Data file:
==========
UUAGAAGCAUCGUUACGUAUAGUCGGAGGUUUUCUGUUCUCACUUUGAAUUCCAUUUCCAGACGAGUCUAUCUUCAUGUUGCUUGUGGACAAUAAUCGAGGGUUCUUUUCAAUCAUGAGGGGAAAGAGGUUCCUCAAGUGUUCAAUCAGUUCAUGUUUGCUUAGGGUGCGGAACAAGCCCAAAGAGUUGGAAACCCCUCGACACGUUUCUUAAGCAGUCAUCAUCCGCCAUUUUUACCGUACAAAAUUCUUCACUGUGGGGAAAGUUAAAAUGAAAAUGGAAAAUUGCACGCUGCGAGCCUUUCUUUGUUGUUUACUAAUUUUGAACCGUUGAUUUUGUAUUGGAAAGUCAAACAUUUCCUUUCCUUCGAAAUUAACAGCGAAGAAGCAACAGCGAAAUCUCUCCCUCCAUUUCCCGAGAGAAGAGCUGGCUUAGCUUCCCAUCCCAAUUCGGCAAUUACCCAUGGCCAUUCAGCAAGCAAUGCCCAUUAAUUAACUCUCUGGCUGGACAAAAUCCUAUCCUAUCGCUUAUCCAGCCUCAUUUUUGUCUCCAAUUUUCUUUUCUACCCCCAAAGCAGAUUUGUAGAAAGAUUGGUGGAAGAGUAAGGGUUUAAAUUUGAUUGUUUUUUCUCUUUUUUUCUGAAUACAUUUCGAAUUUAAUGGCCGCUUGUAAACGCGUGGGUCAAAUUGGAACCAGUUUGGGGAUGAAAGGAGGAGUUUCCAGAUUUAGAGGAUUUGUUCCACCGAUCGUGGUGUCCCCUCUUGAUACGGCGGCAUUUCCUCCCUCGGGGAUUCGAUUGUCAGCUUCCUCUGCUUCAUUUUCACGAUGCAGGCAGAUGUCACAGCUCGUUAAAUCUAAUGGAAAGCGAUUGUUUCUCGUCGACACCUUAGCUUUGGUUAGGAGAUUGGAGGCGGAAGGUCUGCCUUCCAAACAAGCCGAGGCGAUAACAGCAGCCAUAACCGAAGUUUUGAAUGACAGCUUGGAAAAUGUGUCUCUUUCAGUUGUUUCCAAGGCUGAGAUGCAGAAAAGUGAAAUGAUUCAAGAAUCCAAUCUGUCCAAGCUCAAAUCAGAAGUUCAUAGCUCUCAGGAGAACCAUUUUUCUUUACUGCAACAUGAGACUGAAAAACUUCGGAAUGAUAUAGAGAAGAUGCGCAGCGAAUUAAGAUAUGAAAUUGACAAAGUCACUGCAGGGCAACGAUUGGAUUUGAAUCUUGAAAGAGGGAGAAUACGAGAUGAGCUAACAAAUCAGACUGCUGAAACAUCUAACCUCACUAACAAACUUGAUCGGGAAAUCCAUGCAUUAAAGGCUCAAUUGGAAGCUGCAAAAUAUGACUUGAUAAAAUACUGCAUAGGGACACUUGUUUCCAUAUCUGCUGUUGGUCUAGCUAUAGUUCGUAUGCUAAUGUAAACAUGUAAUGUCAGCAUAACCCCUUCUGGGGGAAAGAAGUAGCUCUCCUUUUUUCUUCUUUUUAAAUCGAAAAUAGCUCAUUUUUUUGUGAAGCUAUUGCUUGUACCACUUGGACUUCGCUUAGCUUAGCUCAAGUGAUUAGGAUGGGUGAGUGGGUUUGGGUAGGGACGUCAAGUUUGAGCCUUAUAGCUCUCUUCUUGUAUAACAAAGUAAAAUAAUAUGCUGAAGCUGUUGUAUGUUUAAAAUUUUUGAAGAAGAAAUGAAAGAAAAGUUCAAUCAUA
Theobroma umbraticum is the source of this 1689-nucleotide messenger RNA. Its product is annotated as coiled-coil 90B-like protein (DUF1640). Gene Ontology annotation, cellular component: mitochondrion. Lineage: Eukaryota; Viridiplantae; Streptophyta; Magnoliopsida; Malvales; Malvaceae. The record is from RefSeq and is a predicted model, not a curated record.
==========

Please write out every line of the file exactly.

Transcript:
UUAGAAGCAUCGUUACGUAUAGUCGGAGGUUUUCUGUUCUCACUUUGAAUUCCAUUUCCAGACGAGUCUAUCUUCAUGUUGCUUGUGGACAAUAAUCGAGGGUUCUUUUCAAUCAUGAGGGGAAAGAGGUUCCUCAAGUGUUCAAUCAGUUCAUGUUUGCUUAGGGUGCGGAACAAGCCCAAAGAGUUGGAAACCCCUCGACACGUUUCUUAAGCAGUCAUCAUCCGCCAUUUUUACCGUACAAAAUUCUUCACUGUGGGGAAAGUUAAAAUGAAAAUGGAAAAUUGCACGCUGCGAGCCUUUCUUUGUUGUUUACUAAUUUUGAACCGUUGAUUUUGUAUUGGAAAGUCAAACAUUUCCUUUCCUUCGAAAUUAACAGCGAAGAAGCAACAGCGAAAUCUCUCCCUCCAUUUCCCGAGAGAAGAGCUGGCUUAGCUUCCCAUCCCAAUUCGGCAAUUACCCAUGGCCAUUCAGCAAGCAAUGCCCAUUAAUUAACUCUCUGGCUGGACAAAAUCCUAUCCUAUCGCUUAUCCAGCCUCAUUUUUGUCUCCAAUUUUCUUUUCUACCCCCAAAGCAGAUUUGUAGAAAGAUUGGUGGAAGAGUAAGGGUUUAAAUUUGAUUGUUUUUUCUCUUUUUUUCUGAAUACAUUUCGAAUUUAAUGGCCGCUUGUAAACGCGUGGGUCAAAUUGGAACCAGUUUGGGGAUGAAAGGAGGAGUUUCCAGAUUUAGAGGAUUUGUUCCACCGAUCGUGGUGUCCCCUCUUGAUACGGCGGCAUUUCCUCCCUCGGGGAUUCGAUUGUCAGCUUCCUCUGCUUCAUUUUCACGAUGCAGGCAGAUGUCACAGCUCGUUAAAUCUAAUGGAAAGCGAUUGUUUCUCGUCGACACCUUAGCUUUGGUUAGGAGAUUGGAGGCGGAAGGUCUGCCUUCCAAACAAGCCGAGGCGAUAACAGCAGCCAUAACCGAAGUUUUGAAUGACAGCUUGGAAAAUGUGUCUCUUUCAGUUGUUUCCAAGGCUGAGAUGCAGAAAAGUGAAAUGAUUCAAGAAUCCAAUCUGUCCAAGCUCAAAUCAGAAGUUCAUAGCUCUCAGGAGAACCAUUUUUCUUUACUGCAACAUGAGACUGAAAAACUUCGGAAUGAUAUAGAGAAGAUGCGCAGCGAAUUAAGAUAUGAAAUUGACAAAGUCACUGCAGGGCAACGAUUGGAUUUGAAUCUUGAAAGAGGGAGAAUACGAGAUGAGCUAACAAAUCAGACUGCUGAAACAUCUAACCUCACUAACAAACUUGAUCGGGAAAUCCAUGCAUUAAAGGCUCAAUUGGAAGCUGCAAAAUAUGACUUGAUAAAAUACUGCAUAGGGACACUUGUUUCCAUAUCUGCUGUUGGUCUAGCUAUAGUUCGUAUGCUAAUGUAAACAUGUAAUGUCAGCAUAACCCCUUCUGGGGGAAAGAAGUAGCUCUCCUUUUUUCUUCUUUUUAAAUCGAAAAUAGCUCAUUUUUUUGUGAAGCUAUUGCUUGUACCACUUGGACUUCGCUUAGCUUAGCUCAAGUGAUUAGGAUGGGUGAGUGGGUUUGGGUAGGGACGUCAAGUUUGAGCCUUAUAGCUCUCUUCUUGUAUAACAAAGUAAAAUAAUAUGCUGAAGCUGUUGUAUGUUUAAAAUUUUUGAAGAAGAAAUGAAAGAAAAGUUCAAUCAUA
Theobroma umbraticum is the source of this 1689-nucleotide messenger RNA. Its product is annotated as coiled-coil 90B-like protein (DUF1640). Gene Ontology annotation, cellular component: mitochondrion. Lineage: Eukaryota; Viridiplantae; Streptophyta; Magnoliopsida; Malvales; Malvaceae. The record is from RefSeq and is a predicted model, not a curated record.